The angles (called Euler angles or Tait–Bryan angles) are defined by the following procedure of successive rotations: Given two arbitrary coordinate frames A and B, consider a temporary frame T that initially coincides with A. In order to make T align with B, we first rotate T an angle x about its x-axis (common axis for both A and T). Secondly, T is rotated an angle y about the NEW y-axis of T. Finally, T is rotated an angle z about its NEWEST z-axis. The final orientation of T now coincides with the orientation of B. The signs of the angles are given by the directions of the axes and the right hand rule.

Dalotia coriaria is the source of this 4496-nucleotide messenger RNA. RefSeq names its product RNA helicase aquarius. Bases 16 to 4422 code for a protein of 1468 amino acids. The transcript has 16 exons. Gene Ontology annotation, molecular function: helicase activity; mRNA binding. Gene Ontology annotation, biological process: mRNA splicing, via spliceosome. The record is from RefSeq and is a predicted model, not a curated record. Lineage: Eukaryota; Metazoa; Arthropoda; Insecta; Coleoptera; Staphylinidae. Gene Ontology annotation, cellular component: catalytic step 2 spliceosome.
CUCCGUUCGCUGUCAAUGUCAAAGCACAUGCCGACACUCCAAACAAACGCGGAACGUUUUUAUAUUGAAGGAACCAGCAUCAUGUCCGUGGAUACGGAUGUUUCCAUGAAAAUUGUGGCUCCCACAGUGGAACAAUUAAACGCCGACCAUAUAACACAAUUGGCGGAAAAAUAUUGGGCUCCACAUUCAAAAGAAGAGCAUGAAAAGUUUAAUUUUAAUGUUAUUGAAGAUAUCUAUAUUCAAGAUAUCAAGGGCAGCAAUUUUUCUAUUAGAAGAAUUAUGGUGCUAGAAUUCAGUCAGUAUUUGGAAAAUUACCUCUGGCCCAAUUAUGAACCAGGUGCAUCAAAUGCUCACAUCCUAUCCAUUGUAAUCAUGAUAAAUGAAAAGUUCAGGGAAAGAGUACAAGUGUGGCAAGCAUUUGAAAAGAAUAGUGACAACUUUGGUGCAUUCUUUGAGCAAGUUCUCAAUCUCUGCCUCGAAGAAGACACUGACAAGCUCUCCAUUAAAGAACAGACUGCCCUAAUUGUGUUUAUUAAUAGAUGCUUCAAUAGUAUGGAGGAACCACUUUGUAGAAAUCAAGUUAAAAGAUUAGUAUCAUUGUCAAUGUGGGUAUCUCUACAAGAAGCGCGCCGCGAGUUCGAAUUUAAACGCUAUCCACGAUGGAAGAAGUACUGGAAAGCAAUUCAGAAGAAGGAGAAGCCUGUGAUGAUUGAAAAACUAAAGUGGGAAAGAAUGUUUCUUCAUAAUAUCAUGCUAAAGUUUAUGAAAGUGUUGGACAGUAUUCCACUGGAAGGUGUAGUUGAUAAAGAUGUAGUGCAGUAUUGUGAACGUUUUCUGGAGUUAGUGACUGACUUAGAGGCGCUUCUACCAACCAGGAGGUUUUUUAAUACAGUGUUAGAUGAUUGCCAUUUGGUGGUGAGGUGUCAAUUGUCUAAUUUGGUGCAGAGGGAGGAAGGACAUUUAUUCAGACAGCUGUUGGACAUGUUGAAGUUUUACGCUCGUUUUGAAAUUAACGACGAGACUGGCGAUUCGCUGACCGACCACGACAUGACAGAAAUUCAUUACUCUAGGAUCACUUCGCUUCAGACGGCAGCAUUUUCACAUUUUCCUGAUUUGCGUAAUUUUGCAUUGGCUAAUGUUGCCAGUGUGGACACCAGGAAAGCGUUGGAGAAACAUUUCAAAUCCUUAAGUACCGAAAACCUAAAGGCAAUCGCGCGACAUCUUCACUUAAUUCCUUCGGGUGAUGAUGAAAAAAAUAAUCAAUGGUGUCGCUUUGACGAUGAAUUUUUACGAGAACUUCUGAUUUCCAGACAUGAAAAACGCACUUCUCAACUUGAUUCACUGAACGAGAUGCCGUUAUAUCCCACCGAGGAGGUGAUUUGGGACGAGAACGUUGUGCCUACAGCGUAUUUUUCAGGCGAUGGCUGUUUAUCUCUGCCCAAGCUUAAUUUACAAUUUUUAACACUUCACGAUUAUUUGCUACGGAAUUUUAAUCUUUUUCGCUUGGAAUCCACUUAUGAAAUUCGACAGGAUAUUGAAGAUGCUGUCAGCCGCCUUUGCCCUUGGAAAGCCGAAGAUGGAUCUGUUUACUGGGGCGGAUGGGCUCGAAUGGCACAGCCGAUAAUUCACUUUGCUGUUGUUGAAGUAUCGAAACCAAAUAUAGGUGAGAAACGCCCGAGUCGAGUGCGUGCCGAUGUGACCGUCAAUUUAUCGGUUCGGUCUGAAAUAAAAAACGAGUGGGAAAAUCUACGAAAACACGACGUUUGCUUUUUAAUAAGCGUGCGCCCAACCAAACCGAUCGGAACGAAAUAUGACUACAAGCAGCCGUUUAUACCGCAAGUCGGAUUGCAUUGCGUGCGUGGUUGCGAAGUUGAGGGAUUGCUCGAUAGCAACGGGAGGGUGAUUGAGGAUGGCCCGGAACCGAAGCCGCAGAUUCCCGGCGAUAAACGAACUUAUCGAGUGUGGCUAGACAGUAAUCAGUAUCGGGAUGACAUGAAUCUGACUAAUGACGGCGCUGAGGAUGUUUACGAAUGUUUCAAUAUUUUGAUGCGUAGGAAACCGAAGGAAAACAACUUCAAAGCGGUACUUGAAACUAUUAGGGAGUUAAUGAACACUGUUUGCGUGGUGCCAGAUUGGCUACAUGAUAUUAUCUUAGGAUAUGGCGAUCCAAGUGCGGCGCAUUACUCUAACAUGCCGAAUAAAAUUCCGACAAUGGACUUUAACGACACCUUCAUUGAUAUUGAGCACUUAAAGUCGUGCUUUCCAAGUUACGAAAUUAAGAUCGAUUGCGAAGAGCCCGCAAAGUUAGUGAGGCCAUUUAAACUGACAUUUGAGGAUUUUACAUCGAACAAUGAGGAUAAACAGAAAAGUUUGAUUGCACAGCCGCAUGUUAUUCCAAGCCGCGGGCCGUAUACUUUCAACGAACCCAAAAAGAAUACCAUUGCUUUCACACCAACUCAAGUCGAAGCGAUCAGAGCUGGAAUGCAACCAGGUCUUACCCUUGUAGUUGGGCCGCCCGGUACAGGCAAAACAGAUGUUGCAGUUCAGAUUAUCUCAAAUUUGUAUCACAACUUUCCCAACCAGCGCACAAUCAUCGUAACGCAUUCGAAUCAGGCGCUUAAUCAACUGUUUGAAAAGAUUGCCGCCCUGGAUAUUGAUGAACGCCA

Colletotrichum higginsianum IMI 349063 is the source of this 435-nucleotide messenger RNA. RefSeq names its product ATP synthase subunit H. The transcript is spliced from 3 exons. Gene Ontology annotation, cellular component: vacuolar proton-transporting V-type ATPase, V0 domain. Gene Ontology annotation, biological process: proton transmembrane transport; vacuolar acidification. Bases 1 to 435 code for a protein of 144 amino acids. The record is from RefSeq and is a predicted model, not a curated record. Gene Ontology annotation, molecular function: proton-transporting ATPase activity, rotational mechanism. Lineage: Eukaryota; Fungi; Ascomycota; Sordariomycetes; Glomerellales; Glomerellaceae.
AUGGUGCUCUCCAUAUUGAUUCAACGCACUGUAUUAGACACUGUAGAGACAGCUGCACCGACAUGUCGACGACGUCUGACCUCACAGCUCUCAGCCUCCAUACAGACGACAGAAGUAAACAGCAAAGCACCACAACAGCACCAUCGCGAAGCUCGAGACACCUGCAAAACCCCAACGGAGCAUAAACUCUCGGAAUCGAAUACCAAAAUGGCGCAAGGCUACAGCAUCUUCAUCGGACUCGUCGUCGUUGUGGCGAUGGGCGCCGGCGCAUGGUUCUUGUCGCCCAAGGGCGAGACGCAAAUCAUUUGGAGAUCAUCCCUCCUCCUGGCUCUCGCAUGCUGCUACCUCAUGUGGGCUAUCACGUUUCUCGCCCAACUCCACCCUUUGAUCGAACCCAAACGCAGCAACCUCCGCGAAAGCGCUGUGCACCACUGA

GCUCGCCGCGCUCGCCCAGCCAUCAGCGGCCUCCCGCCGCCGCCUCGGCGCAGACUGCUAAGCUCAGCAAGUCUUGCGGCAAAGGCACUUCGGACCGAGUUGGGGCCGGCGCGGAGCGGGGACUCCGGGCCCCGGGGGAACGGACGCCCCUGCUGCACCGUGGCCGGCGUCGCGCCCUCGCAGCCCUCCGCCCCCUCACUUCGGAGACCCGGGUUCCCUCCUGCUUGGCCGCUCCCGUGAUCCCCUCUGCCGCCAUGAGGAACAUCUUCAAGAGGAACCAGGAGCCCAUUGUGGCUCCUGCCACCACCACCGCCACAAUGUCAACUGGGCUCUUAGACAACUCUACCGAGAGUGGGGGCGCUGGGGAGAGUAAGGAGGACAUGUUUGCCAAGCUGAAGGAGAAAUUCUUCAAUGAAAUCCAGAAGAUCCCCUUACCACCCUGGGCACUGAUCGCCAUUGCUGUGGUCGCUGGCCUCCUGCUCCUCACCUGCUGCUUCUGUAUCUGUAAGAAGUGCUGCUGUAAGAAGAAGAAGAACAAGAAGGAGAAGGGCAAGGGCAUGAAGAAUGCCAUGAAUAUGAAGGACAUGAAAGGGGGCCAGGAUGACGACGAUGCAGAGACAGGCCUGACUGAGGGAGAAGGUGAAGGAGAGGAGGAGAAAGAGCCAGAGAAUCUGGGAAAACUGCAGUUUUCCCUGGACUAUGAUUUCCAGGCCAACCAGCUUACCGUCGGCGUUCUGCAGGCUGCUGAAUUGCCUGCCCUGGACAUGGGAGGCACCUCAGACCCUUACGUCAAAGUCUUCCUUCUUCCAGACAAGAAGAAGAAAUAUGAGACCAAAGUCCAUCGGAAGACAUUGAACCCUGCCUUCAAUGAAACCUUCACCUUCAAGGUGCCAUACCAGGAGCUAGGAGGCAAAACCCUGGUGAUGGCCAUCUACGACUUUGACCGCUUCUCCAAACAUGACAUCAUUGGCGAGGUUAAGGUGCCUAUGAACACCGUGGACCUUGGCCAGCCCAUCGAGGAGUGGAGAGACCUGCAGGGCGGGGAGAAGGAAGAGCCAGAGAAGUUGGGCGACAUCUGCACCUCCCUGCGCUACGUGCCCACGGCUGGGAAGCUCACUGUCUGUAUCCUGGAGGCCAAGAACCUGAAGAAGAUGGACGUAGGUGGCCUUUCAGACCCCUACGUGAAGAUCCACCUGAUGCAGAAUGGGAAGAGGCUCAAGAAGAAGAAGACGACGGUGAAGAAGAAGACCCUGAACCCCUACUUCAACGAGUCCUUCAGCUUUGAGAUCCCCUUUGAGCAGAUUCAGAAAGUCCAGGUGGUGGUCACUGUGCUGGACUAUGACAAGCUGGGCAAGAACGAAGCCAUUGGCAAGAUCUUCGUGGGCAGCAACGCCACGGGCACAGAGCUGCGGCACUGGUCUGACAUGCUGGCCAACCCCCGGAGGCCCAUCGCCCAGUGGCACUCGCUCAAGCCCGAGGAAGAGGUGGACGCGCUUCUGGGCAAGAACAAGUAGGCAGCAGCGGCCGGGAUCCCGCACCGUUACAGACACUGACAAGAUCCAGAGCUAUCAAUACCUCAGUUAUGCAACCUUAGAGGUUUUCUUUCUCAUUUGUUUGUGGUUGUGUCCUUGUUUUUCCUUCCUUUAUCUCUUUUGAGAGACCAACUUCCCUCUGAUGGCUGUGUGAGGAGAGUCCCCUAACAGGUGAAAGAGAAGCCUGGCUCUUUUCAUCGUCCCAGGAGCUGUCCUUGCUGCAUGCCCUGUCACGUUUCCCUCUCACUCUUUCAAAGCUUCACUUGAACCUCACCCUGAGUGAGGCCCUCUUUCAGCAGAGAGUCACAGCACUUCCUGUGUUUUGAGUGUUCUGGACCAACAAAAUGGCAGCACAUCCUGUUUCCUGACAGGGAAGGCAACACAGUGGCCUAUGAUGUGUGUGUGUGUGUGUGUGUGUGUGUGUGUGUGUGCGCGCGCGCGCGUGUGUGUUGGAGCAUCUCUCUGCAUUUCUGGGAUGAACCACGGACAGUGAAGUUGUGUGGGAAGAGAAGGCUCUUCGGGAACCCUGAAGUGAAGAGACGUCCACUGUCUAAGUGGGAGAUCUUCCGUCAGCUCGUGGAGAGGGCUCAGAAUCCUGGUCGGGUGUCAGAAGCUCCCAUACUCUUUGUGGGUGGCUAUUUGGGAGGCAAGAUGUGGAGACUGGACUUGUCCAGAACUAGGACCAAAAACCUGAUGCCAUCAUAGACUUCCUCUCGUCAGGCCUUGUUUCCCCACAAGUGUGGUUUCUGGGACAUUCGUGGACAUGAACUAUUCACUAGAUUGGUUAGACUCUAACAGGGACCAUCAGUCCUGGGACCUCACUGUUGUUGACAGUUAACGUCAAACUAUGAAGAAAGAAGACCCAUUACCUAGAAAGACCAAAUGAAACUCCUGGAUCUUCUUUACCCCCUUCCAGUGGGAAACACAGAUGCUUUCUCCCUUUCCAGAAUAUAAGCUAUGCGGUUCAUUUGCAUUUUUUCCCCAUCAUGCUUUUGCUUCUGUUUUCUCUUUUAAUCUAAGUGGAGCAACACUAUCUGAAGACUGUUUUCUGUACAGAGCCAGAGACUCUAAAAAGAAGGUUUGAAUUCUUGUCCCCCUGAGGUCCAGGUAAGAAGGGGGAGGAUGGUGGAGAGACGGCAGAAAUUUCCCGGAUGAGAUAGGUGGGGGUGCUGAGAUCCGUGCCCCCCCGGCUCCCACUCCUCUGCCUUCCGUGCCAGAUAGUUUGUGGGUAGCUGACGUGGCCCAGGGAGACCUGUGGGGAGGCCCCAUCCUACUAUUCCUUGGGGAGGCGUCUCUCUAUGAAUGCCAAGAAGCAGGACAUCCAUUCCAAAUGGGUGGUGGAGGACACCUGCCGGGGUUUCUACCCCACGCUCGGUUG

a 3x3 rotation matrix (direction cosine matrix) such that the relation between a vector v decomposed in A and B is given by: v_A = R_AB * v_B


x,y,z Angles of rotation about new axes (rad)


Kenneth Gade A Nonsingular Horizontal Position Representation. The Journal of Navigation, Volume 63, Issue 03, pp 395-417, July 2010.

See also


R_AB <- matrix( c( 0.9980212 , 0.05230407, -0.0348995 , -0.05293623, 0.99844556, -0.01744177, 0.03393297, 0.01925471, 0.99923861), nrow = 3, ncol = 3, byrow = TRUE) R2xyz(R_AB)
#> [1] 0.01745329 -0.03490659 -0.05235987